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So it’s more of a research tool than an enforcement option – which is a better approach, because enabling users to dictate removals by mass-reporting in this way could definitely lead to misuse.

That, in some ways, has borne true in its initial testing – as explained by Head of Site Integrity Yoel Roth:

On average, only about 10% of misinfo reports were actionable -compared to 20-30% for other policy areas. A key driver of this was “off-topic” reports that don’t contain misinfo at all.

In other words, a lot of the tweets reported through this manual option were not an actual concern, which highlight the challenges in using user reports as an enforcement measure.

But Roth notes that the data they have gathered has been valuable either way:

We’re already seeing clear benefits from reporting for the second use case (aggregate analysis) – especially when it comes to non-text-based misinfo, such as media and URLs linking to off-platform misinformation.

So it may not be a great avenue for direct action on each reported tweet, but as a research tool, the initiative has helped Twitter determine more areas of focus, which contributes to its broader effort to eliminate misinformation within the tweet eco-system.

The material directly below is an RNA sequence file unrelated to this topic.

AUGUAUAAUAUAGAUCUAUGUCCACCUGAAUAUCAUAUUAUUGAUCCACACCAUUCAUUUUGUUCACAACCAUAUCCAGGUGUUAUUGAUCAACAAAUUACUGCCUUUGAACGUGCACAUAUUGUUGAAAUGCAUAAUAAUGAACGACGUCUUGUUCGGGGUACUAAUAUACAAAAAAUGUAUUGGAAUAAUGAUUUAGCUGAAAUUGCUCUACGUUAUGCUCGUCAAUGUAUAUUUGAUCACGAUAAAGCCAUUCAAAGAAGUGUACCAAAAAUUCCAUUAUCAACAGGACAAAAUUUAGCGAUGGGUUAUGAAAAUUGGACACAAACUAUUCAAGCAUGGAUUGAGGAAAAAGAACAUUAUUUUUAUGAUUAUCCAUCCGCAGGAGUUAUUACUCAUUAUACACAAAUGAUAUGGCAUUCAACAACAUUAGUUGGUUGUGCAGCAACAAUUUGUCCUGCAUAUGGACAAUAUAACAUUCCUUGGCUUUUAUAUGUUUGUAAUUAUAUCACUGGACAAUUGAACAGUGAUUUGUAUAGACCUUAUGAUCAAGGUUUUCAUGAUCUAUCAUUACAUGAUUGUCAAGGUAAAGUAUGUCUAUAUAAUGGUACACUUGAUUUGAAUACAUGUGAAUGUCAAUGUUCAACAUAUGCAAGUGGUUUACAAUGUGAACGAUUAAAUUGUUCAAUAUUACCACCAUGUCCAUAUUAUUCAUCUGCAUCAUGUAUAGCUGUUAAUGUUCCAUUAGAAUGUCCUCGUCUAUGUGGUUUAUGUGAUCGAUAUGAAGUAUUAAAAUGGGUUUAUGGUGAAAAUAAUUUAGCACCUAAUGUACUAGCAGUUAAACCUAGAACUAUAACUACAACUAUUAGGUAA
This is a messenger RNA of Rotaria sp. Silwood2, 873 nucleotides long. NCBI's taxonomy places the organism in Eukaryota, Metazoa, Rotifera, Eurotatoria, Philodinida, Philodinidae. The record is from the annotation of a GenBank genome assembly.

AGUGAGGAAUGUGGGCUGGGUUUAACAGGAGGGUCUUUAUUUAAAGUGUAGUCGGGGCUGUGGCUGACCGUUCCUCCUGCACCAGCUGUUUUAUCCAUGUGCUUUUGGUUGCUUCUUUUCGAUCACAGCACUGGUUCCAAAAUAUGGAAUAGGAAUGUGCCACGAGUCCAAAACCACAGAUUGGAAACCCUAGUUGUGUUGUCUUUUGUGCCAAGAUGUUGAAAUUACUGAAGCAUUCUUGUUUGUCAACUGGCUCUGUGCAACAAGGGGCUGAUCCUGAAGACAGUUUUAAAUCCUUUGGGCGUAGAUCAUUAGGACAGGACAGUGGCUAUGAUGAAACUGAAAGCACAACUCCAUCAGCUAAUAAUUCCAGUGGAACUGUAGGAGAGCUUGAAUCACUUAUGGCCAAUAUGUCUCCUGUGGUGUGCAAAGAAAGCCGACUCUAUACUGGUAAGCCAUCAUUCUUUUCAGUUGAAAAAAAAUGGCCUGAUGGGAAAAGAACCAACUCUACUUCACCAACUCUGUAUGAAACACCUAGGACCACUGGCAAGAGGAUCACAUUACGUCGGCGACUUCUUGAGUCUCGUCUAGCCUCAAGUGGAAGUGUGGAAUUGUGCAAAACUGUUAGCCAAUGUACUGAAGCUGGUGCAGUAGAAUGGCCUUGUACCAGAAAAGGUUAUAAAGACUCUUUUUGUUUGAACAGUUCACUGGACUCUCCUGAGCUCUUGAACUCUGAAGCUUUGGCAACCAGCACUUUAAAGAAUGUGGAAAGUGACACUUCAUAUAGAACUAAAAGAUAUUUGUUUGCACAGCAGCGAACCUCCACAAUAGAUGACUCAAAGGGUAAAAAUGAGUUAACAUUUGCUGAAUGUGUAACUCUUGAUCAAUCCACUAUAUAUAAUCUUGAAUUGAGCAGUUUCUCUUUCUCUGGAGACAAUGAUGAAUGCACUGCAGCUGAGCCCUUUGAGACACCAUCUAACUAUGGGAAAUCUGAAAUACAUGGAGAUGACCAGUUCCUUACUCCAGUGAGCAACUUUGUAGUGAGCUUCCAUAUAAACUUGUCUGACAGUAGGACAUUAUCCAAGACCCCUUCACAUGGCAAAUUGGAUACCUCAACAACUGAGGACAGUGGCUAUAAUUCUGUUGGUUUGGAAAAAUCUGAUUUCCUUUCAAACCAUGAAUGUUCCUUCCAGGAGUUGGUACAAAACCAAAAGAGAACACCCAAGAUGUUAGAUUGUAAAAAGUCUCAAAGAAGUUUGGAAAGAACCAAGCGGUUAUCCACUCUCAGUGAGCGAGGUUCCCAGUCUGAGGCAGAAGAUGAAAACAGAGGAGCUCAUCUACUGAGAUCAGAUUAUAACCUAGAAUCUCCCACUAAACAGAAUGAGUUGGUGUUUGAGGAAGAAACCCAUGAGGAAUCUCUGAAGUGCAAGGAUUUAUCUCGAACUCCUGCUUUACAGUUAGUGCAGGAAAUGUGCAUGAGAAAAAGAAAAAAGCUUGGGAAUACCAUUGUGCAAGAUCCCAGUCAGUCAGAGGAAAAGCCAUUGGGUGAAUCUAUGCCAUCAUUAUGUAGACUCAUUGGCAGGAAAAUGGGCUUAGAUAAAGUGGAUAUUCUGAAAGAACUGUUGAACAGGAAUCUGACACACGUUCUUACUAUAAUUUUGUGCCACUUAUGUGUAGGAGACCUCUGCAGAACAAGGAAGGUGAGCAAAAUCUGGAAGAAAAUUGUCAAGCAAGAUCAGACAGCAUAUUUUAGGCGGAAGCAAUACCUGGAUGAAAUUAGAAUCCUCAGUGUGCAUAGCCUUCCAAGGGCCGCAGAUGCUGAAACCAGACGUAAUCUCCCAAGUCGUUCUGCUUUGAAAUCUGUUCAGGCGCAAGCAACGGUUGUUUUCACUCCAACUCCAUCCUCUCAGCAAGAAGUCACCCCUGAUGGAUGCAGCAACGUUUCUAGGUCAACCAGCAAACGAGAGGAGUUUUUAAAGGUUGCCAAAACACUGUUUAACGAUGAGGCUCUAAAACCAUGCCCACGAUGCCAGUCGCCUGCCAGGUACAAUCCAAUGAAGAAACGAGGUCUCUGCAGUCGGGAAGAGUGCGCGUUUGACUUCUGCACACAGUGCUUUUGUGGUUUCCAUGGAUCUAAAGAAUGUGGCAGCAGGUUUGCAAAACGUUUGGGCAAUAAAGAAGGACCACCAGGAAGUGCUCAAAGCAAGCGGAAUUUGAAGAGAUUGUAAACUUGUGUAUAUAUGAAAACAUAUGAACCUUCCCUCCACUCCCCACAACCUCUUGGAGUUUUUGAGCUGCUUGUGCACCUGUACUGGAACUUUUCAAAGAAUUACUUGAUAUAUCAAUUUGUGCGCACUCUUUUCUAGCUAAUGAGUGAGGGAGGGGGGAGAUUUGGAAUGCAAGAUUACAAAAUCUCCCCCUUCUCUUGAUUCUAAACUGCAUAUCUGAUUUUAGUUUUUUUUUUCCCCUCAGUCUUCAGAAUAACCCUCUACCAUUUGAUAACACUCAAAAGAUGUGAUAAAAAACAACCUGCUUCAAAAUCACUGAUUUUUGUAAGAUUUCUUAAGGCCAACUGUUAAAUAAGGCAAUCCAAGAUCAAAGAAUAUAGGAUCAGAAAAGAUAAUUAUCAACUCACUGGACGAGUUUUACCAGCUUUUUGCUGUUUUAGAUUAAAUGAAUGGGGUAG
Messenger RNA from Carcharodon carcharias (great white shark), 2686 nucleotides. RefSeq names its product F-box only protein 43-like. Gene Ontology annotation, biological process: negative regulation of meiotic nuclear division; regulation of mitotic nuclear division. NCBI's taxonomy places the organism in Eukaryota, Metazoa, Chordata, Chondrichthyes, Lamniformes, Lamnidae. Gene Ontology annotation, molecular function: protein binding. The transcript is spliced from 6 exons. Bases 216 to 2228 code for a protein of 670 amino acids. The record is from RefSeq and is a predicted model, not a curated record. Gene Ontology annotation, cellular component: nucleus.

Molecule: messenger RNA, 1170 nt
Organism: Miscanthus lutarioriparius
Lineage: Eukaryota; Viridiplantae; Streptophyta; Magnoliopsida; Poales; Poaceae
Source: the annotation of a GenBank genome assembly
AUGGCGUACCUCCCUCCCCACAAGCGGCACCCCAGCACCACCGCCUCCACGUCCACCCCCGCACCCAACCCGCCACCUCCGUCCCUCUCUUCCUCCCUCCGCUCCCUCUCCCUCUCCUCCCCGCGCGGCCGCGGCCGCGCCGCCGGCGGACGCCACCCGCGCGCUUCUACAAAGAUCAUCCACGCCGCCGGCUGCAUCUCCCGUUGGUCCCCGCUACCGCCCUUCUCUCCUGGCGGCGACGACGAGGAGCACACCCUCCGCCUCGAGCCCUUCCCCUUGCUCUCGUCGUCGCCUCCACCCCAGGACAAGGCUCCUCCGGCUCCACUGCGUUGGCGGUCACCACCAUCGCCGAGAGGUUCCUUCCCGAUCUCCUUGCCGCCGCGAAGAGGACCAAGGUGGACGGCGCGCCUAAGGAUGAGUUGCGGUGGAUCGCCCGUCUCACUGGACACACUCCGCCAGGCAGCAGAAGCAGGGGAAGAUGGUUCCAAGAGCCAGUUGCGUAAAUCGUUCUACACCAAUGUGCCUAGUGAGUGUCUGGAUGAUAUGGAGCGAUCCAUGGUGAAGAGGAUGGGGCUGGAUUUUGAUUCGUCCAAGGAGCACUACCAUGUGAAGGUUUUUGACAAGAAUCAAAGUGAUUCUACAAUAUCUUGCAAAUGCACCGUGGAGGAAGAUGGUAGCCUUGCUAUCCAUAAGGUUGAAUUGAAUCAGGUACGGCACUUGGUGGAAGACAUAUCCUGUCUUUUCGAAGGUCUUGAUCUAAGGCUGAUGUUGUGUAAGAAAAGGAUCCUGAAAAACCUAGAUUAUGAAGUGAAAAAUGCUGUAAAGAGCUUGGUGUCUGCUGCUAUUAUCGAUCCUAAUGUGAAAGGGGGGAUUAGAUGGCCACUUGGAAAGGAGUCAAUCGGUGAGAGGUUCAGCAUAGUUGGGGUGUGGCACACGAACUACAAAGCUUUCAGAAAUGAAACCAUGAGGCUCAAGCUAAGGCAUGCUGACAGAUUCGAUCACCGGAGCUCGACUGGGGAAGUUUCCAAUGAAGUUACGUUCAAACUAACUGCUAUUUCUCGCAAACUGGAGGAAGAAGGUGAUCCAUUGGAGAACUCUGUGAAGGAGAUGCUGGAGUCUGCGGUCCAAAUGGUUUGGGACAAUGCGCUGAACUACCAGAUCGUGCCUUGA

A big element of this is bots, with various research reports indicating that Twitter bots are key amplifiers of misinformation and politically biased information.

In early 2020, at the height of the Australian bushfire crisis, researchers from Queensland University detected a massive network of Twitter bots that had been spreading misinformation about the Australian bushfire crisis and amplifying anti-climate change conspiracy theories in opposition to established facts. Other examinations have found that bot profiles, at times, contribute up to 60% of tweet activity around some trending events.

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Twitter is constantly working to better identify bot networks and eliminate any influence they may have, but this expanded reporting process may help to identify additional bot trends, as well as providing insight into the actual reach of bot pushes via expanded user reporting.

There are various ways in which such insight could be of value, even if it doesn’t result in direct action against offending tweets, as such. And it’ll be interesting to see how Twitter’s expansion of the program improves the initiative, and how it also pairs with its ongoing ‘Birdwatch’ reporting program to detect platform misuse.

Essentially, this program won’t drive a sudden influx of direct removals, eliminating offending tweets based on the variable sensibilities of each user. But it will help to identify key content trends and user concerns, which will contribute to Twitter’s broader effort to better detect these movements, and reduce their influence.